Kenya has confirmed Yellow Fever outbreak in Isiolo's Merti and Garbatulla sub-counties.
The first case was detected on January 12, 2022, according to the acting Director-General for Health, Dr Patrick Amoth.
In a statement, Dr Amoth said three deaths have been recorded, with 15 patients presenting fever, jaundice, muscle and joint pains.
“While the majority are young adults, males are most affected. Sadly, we have recorded three deaths so far. Out of the 6 samples analyzed at KEMRI, three turned positive through serology (Immunoglobulin M) and PCR. This is therefore to raise the alert in all 47 counties, more so the high-risk counties of Wajir, Garissa, Marsabit, Meru, Samburu, Baringo, Elgeyo Marakwet, West Pokot, and Turkana,” read the statement in part.
Amoth noted that the Ministry of Health (MoH) has put in place a national incident management structure to manage the outbreak, and is set to deploy a rapid response team to Isiolo and neighbouring counties to establish the extent of the outbreak.
“The Ministry plans to conduct Yellow Fever vaccination in Isiolo and other high-risk counties including Wajir, Garissa, Marsabit, Meru, Samburu, Baringo, Elgeyo Marakwet, West Pokot, Turkana, and possibly Tana River and Mandera,” stated Amoth.
So, What is Yellow Fever?
According to a fact sheet provided by the acting Director-General, Yellow fever is an acute viral hemorrhagic disease transmitted by infected Aedes mosquitoes. The "yellow" in the name refers to jaundice that affects some patients.
The virus is endemic in tropical areas of Africa and Central and South America and occur when infected people introduce the virus into heavily populated areas with high mosquito density and where most people have little or no immunity, due to lack of vaccination.
Signs and symptoms
Once contracted, the virus incubates in the body for 3 to 6 days. Many people do not experience symptoms, but when these do occur, the most common are fever, muscle pain with prominent backache, headache, loss of appetite, and nausea or vomiting. In most cases, symptoms disappear after 3 to 4 days.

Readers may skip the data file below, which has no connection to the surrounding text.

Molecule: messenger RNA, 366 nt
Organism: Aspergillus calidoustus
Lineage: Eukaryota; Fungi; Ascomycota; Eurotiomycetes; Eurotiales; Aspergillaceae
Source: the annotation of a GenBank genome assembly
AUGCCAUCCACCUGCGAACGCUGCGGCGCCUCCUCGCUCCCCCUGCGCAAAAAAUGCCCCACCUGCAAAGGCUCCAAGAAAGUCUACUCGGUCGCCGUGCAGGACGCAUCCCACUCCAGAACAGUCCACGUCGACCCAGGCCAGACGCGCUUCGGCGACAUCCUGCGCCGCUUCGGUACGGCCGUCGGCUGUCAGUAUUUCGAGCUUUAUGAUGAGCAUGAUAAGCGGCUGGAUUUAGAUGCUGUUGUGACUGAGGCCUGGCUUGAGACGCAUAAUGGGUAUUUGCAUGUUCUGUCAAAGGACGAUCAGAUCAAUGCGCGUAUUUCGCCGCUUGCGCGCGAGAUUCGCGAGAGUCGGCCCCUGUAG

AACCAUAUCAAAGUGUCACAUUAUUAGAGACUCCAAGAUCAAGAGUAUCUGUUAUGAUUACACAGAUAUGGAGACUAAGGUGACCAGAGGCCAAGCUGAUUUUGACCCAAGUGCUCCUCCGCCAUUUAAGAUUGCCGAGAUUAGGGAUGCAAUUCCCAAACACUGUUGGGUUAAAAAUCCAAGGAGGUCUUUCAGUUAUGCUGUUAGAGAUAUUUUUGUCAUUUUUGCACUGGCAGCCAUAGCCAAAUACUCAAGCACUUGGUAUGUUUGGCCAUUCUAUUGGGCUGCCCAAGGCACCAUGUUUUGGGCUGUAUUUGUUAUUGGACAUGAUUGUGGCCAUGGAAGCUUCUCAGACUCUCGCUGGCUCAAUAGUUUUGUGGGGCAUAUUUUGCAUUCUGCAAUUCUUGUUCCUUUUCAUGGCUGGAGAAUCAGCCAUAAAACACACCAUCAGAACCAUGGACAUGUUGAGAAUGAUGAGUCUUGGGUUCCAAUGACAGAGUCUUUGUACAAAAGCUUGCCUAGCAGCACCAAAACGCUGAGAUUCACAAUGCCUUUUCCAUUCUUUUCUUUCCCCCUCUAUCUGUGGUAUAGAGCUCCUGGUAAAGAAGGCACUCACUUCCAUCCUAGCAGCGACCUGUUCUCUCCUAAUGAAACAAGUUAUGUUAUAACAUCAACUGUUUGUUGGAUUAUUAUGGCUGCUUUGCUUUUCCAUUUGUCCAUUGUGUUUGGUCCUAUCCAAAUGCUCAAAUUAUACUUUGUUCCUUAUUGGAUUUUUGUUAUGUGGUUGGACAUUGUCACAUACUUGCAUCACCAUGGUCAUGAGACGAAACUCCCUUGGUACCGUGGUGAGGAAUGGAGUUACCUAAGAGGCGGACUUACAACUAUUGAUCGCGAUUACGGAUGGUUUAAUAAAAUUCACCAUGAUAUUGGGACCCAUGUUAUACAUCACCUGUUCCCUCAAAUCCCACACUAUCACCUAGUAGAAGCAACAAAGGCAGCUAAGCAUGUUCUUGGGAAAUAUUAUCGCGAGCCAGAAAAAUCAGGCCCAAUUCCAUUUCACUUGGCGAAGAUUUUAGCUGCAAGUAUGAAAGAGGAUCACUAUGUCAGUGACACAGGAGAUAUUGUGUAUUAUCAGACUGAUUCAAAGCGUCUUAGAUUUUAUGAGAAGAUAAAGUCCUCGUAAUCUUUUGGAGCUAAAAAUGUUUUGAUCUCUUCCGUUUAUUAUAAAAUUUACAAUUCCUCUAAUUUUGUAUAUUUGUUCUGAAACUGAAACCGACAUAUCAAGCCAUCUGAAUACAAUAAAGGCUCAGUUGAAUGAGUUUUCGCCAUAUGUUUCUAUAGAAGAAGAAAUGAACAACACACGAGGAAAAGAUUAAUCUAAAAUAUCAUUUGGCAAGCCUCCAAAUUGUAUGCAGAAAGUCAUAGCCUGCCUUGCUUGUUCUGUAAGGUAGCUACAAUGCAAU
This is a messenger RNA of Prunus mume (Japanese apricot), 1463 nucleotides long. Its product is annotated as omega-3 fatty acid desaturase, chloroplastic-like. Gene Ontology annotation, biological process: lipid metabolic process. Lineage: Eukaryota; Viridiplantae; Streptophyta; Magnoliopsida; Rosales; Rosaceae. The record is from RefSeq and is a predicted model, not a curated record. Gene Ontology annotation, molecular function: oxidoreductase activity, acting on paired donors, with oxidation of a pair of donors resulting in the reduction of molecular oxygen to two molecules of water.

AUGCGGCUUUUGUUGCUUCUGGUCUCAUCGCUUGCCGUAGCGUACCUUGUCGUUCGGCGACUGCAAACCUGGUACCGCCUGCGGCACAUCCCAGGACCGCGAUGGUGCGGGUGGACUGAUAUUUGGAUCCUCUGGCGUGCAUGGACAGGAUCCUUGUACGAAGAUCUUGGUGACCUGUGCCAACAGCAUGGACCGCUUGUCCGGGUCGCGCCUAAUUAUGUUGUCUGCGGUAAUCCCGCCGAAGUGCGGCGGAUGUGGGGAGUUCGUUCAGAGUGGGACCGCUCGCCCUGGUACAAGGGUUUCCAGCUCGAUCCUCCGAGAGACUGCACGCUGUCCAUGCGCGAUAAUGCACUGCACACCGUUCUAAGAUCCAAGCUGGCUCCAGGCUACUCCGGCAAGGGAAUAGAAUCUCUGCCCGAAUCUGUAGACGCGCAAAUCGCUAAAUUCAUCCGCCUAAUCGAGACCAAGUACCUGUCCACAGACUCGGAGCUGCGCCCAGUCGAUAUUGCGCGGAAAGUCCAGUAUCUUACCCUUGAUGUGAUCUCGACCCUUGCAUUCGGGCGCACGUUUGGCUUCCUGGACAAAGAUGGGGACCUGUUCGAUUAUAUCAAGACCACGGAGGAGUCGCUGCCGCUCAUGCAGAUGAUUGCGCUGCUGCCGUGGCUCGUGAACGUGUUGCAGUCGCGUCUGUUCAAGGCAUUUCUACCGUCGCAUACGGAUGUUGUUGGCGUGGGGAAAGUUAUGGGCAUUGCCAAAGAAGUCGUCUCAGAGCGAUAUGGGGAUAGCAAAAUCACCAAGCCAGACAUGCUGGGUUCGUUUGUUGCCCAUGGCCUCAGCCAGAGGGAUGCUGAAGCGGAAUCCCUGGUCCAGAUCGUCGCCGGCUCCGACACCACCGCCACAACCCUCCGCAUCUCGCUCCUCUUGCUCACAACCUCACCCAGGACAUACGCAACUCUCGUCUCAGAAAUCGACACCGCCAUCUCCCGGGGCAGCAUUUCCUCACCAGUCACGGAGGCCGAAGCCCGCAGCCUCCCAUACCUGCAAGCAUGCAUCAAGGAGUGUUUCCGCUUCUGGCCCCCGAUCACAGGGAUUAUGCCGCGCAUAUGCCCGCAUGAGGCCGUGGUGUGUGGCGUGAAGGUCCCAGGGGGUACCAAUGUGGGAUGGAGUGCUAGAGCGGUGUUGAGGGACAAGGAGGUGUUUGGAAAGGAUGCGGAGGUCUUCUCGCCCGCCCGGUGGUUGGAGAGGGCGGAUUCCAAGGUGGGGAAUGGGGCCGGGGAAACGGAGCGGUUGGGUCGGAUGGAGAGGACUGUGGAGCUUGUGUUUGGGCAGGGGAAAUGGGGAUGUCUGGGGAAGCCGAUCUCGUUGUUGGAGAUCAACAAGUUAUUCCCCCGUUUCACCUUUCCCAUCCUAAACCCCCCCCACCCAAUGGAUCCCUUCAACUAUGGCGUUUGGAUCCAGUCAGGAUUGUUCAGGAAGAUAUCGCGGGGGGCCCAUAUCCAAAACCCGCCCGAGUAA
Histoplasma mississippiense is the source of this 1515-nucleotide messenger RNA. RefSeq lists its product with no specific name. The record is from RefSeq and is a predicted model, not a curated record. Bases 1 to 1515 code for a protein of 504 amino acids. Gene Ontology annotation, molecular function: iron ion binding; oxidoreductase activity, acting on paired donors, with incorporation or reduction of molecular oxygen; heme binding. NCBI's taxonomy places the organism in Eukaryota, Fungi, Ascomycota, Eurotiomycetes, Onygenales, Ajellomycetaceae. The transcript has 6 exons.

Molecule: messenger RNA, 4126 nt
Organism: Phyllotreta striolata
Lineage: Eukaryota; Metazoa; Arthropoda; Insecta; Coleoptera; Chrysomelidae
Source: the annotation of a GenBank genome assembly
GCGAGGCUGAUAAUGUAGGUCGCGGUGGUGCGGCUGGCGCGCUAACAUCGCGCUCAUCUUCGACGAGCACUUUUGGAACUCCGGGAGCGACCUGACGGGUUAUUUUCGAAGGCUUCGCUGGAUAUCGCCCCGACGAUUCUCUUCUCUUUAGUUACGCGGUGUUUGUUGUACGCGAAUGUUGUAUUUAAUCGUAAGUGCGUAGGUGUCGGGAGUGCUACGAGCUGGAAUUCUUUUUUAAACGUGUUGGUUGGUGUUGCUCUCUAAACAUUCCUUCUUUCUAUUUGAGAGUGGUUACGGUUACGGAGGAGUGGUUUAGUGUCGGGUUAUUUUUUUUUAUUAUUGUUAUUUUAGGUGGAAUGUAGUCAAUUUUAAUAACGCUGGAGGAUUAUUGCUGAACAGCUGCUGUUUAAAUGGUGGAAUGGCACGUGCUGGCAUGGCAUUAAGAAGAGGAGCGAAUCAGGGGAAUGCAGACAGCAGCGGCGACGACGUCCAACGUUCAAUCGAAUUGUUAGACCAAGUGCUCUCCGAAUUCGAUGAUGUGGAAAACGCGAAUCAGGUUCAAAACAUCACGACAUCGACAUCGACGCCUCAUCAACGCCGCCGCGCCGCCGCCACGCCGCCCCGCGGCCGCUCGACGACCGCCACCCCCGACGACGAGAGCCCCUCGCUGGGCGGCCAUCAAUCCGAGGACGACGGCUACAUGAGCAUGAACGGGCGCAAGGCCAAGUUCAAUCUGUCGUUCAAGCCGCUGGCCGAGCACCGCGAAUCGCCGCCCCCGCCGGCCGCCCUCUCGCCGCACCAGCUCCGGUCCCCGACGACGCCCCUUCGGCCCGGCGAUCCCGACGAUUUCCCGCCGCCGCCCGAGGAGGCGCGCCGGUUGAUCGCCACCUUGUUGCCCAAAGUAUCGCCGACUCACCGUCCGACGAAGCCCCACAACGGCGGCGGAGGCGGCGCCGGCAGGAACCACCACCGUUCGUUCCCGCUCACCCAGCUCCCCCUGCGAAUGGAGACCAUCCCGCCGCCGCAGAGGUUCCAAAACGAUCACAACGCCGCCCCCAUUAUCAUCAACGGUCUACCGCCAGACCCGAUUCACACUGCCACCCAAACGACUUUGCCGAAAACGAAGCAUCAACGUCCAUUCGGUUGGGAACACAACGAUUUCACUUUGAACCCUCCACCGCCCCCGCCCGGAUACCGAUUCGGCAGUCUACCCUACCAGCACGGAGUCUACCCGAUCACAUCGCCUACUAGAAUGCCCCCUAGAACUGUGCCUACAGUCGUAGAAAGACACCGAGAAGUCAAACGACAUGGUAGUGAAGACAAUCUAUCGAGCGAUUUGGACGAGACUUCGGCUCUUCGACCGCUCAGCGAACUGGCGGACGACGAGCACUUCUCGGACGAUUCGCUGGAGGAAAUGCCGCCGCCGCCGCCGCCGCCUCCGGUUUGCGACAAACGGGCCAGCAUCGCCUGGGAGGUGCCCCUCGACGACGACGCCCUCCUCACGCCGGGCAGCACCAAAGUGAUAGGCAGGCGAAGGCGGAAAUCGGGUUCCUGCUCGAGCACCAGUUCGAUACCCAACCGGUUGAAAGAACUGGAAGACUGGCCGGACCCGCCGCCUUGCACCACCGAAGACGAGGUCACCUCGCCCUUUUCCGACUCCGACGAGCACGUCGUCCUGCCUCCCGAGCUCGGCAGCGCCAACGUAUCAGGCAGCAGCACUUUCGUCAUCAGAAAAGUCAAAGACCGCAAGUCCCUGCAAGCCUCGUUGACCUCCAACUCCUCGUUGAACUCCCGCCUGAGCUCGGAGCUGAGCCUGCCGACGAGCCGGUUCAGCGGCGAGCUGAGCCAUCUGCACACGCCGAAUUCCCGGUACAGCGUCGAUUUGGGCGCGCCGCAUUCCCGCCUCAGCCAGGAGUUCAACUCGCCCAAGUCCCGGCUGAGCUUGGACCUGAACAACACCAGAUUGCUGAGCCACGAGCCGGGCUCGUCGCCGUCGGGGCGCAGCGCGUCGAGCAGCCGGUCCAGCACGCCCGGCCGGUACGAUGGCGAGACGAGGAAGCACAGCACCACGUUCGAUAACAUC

A small percentage of patients, however, enter a second, more toxic phase within 24 hours of recovering from initial symptoms. High fever returns and several body systems are affected, usually the liver and the kidneys. In this phase, people are likely to develop jaundice (yellowing of the skin and eyes, hence the name "yellow fever'), dark urine and abdominal pain with vomiting. Bleeding can occur from the mouth, nose, eyes or stomach.
Half of the patients who enter the toxic phase die within 7 - 10 days.
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Yellow fever is difficult to diagnose, especially during the early stages. A more severe case can be confused with severe malaria, leptospirosis, viral hepatitis (especially fulminant forms), other haemorrhagic fevers, infection with other flaviviruses (such as dengue haemorrhagic fever), and poisoning.
Polymerase chain reaction (PCR) testing in blood and urine can sometimes detect the virus in the early stages of the disease. In later stages, testing to identify antibodies is needed (ELISA and PRNT).
Populations at risk
Forty-seven countries in Africa (34) and Central and South America (13) are either endemic for, or have regions that are endemic for, yellow fever.